All good things come to an end, and my series The Way(s) Forward for Urbanism, which goes back all the way to July of this year, is no exception. I consider this the seventh and final part in that series.
* * *
Here’s the New York Times’s David Brooks:
According to recent polls, 60 percent of Americans think the country is heading in the wrong direction. The same percentage believe that the U.S. is in long-term decline. The political system is dysfunctional. A fiscal crisis looks unavoidable. There are plenty of reasons to be gloomy.
But if you want to read about them, stop right here. This column is a great luscious orgy of optimism. Because the fact is, despite all the problems, America’s future is exceedingly bright.
There’s a good beginning! And then a little later:
In his book, “The Next Hundred Million: America in 2050,” über-geographer Joel Kotkin sketches out how this growth will change the national landscape. Extrapolating from current trends, he describes an archipelago of vibrant suburban town centers, villages and urban cores… Over the next 40 years, Kotkin argues, urban downtowns will continue their modest (and perpetually overhyped) revival, but the real action will be out in the compact, self-sufficient suburban villages. Many of these places will be in the sunbelt — the drive to move there remains strong — but Kotkin also points to surging low-cost hubs on the Plains, like Fargo, Dubuque, Iowa City, Sioux Falls, and Boise.
Sounds accurate. And Christopher Leinberger, a professor urban planning and a fellow at the Brookings Institution, had this response:
This conclusion is exactly in line with my research; there is pent up demand for walkable urban places and upward of 70 percent of this demand will take place in the suburbs while the rest will be the redevelopment of center cities… What is needed to catch up with the pent up demand for walkable urban places, especially in the suburbs, is complete transportation policy reform. Since transportation drives development, we need to build the second half of the American transportation system–rail and bus transit and bikes and walking– while repairing our existing roadway system. Only this will allow for the emergence of the walkable urban places that the market, economy, and environment demands.
Good points all around. And this is what the future of urbanism is about: it’s about finding potential in the future and exploring. Fundamentally, it’s about applying our tremendous human problem-solving skills to what we’re up against. And I have a strong feeling that we’re going to do a damn good job of it.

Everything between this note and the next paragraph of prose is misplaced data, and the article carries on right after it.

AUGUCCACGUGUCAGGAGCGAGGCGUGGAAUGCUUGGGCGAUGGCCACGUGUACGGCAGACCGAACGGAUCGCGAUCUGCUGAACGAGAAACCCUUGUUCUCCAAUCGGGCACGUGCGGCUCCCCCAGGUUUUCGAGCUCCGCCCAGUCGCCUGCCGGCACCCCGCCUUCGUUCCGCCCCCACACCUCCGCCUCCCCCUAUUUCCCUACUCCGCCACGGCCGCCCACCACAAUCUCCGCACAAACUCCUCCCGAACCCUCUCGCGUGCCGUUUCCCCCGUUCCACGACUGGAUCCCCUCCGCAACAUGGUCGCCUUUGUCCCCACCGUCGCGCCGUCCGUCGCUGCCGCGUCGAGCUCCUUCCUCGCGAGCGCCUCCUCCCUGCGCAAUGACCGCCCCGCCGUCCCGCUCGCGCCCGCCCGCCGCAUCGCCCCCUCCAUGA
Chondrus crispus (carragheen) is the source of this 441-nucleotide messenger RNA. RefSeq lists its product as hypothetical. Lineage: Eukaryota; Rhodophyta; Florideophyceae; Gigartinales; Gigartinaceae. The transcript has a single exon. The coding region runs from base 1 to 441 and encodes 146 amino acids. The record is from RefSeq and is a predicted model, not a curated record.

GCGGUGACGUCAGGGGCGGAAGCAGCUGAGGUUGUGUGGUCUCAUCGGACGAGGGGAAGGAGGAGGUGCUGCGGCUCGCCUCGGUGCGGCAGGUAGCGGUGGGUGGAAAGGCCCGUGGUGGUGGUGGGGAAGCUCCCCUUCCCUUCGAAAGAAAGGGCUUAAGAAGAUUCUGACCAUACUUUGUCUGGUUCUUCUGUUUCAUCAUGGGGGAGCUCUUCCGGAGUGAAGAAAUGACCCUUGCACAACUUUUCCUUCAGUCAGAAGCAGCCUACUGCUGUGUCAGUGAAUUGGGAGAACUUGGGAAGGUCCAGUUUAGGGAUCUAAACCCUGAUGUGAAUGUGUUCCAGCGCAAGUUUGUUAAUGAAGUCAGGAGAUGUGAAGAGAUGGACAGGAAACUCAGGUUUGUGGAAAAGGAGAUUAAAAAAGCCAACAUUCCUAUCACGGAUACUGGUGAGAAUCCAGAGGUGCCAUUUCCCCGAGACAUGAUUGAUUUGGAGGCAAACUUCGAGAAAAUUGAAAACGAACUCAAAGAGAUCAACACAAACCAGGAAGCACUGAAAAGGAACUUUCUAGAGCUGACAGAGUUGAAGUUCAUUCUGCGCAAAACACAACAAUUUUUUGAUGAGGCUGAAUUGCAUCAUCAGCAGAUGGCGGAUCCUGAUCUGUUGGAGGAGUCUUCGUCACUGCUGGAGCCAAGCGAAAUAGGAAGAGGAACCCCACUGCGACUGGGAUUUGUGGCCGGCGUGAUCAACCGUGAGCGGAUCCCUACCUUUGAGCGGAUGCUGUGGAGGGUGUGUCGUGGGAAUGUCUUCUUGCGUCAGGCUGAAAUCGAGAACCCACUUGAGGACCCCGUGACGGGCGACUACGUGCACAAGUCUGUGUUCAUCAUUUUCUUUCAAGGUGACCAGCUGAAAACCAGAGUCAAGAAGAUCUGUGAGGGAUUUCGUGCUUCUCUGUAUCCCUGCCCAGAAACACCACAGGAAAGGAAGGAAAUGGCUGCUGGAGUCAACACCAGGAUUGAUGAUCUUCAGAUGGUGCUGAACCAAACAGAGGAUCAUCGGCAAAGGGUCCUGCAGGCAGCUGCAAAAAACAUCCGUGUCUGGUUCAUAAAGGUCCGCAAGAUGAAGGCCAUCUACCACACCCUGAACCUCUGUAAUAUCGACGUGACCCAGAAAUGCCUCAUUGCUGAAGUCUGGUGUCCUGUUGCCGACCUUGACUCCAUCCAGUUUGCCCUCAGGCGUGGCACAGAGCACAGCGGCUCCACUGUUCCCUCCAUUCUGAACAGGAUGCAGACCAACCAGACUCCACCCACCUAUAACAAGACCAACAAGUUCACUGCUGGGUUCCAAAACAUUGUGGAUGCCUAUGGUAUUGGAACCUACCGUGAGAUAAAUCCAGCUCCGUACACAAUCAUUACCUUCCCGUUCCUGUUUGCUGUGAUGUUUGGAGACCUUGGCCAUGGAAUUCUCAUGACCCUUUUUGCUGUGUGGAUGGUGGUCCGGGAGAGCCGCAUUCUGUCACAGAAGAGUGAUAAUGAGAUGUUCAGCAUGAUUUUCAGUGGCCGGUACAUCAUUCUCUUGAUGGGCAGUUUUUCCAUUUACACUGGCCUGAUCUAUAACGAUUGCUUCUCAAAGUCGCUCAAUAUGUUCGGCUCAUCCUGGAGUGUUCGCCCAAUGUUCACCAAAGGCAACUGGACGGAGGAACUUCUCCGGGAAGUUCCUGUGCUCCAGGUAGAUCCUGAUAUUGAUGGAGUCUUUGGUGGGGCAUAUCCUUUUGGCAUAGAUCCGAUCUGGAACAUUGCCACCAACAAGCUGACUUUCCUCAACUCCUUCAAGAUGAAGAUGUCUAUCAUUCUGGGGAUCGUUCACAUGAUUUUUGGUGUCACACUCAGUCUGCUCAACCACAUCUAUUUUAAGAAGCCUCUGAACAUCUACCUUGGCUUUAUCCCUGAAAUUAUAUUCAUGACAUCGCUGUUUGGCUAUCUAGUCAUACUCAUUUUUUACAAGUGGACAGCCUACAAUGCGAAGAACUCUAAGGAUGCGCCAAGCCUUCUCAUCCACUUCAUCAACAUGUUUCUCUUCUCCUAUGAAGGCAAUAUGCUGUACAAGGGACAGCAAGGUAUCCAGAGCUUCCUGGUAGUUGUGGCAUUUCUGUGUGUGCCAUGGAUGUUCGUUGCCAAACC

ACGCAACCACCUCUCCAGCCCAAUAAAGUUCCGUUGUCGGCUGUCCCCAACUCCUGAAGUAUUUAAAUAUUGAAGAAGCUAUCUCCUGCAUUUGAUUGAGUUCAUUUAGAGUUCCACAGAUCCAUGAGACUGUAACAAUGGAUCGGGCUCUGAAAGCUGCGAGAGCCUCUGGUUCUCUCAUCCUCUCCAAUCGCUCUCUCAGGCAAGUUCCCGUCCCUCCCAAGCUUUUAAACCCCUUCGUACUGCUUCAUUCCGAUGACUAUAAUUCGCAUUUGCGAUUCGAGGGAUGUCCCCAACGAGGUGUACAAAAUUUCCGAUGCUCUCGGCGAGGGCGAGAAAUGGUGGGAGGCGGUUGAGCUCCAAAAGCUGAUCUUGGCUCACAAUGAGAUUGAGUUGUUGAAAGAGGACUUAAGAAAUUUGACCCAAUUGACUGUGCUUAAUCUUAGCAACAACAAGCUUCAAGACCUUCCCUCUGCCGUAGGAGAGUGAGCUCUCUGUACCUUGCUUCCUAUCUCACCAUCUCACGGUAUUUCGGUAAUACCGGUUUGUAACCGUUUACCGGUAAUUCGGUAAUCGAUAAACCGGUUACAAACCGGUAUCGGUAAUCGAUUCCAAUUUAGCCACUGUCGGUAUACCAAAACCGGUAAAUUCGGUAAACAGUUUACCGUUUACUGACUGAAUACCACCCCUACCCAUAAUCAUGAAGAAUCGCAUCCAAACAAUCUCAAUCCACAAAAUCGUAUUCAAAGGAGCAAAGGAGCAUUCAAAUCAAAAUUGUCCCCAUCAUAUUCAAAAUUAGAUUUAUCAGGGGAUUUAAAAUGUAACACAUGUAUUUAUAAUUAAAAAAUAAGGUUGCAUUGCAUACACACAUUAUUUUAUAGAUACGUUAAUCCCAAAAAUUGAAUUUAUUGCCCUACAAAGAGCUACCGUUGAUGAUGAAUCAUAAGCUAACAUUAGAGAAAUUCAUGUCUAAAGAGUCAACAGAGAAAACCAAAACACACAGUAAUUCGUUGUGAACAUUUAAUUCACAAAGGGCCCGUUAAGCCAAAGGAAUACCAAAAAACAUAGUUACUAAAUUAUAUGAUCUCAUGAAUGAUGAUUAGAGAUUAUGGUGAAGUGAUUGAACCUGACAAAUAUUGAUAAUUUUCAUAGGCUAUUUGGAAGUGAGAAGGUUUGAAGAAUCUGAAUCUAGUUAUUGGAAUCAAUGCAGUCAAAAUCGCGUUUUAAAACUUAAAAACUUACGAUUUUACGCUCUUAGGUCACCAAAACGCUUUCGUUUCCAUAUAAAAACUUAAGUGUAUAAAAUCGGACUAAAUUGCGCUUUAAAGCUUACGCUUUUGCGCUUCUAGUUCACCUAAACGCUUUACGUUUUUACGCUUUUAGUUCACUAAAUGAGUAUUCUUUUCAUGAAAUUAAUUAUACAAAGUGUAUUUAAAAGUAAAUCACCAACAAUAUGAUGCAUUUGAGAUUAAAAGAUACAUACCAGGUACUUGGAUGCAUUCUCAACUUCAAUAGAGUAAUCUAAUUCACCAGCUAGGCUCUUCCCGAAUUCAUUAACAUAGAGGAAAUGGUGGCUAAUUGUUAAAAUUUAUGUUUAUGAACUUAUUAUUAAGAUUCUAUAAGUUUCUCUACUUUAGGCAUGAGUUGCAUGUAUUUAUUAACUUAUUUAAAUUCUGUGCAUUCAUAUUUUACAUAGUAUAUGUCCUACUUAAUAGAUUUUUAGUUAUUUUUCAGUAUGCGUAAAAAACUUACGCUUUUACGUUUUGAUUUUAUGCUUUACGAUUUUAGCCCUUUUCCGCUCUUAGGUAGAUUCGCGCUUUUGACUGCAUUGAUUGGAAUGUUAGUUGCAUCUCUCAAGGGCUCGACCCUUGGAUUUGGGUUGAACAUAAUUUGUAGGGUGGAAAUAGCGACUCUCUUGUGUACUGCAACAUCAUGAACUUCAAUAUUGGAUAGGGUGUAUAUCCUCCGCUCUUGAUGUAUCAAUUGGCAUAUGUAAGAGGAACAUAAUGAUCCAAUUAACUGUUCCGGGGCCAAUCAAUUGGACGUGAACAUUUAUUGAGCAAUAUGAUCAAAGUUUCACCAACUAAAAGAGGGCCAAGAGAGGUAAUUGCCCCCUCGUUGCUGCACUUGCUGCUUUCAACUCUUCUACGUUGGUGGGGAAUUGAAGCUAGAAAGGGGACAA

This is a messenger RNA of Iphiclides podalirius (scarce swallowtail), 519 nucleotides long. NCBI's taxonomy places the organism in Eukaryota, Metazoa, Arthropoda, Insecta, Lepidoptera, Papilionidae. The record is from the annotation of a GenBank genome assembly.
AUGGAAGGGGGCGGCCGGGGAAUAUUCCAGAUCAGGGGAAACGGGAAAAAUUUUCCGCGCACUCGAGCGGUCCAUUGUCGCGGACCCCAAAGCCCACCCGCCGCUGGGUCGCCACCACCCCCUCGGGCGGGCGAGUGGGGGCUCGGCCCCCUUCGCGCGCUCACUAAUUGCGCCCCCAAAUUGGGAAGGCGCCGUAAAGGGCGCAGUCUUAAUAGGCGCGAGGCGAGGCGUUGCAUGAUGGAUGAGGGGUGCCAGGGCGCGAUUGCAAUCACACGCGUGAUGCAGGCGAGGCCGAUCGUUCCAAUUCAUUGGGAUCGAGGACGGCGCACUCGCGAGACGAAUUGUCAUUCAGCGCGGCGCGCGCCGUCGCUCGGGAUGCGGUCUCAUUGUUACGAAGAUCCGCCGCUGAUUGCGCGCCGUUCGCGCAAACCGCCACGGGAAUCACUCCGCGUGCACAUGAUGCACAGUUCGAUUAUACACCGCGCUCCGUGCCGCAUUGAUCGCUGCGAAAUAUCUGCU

* * *
This series came out of my April piece about the follies of looking to the past and the necessity for bold ideas that tackle the problems of the future head-on. I set out in the series to present the best of those ideas that I found around the Internet, and I’m pleased with the result. This serieis included a video of Christian de Portzamparc’s discussing his ideas; a piece advocating for more government money spent on high-speed rail; a piece about those instances when preservationists are in the right; and much more. You can explore the entire series by clicking ‘Urbanism’ in the menu above.
By no means am I done writing about urbanism. The future of urbanism on this blog, not unlike the future of urbanism is America, is unmistakably bright.
Particularly astute readers might have noticed that this is the second time part VI has appeared. Why? Because the post formerly with this title, which can be found here, really isn’t about urbanism at all. I lost focus, and now I hope to correct that by redoing this correctly.
Apparently, in some major cities, urban gardening is on the rise. More on this new trend after the break.
I had some pretty harsh words yesterday for what I see as the often excessive and self-indulgent culture of cycling. My criticism certainly went against the grain and drew some strong criticism of its own. Some is legitimate; some less so. And much of it seems based on a fundamental misunderstanding of what I was trying to say — perhaps I wasn’t as clear as I should have been. A full defense of my post after the break. Continue reading
Too often the debate about urbanism revolves only around function and not about form, as if architecture and urbanism were divorced and unrelated. That is, of course, not the case at all. Time for round five! You can find the first four parts here, here, here and here.
More about the new West Hollywood Library after the break.
Well that’s it — Apple’s plan for a new headquarters building. It’s basically a big circular building surrounded by lots of green space on a big plot of land bought from Hewlett Packard in Cupertino, not far from Apple’s current, quite generic headquarters. The design is by Norman Foster. Read on past the break for more.
In this round, I’m going to explore the role of the preservation movement in the future of cities. Now I, along with many academics and critics, am often quick to decry preservationists as simpleminded and focused on preserving the past at the expense of reality. And that is often true. The requirements for building a skyscraper in New York City are rather ridiculous — Jean Nouvel’s new tower next to the Museum of Modern Art recently had its top 200 feet chopped off, because it top apparently wasn’t good enough to be up there with the Empire State Building. That argument is, of course, silly. And dangerous. The idea that what we create now cannot match or surpass what we have done in the past is one I have sharply criticized repeatedly on the blog.
But the truth is that not all preservationists are that simple. Read on past the break for more.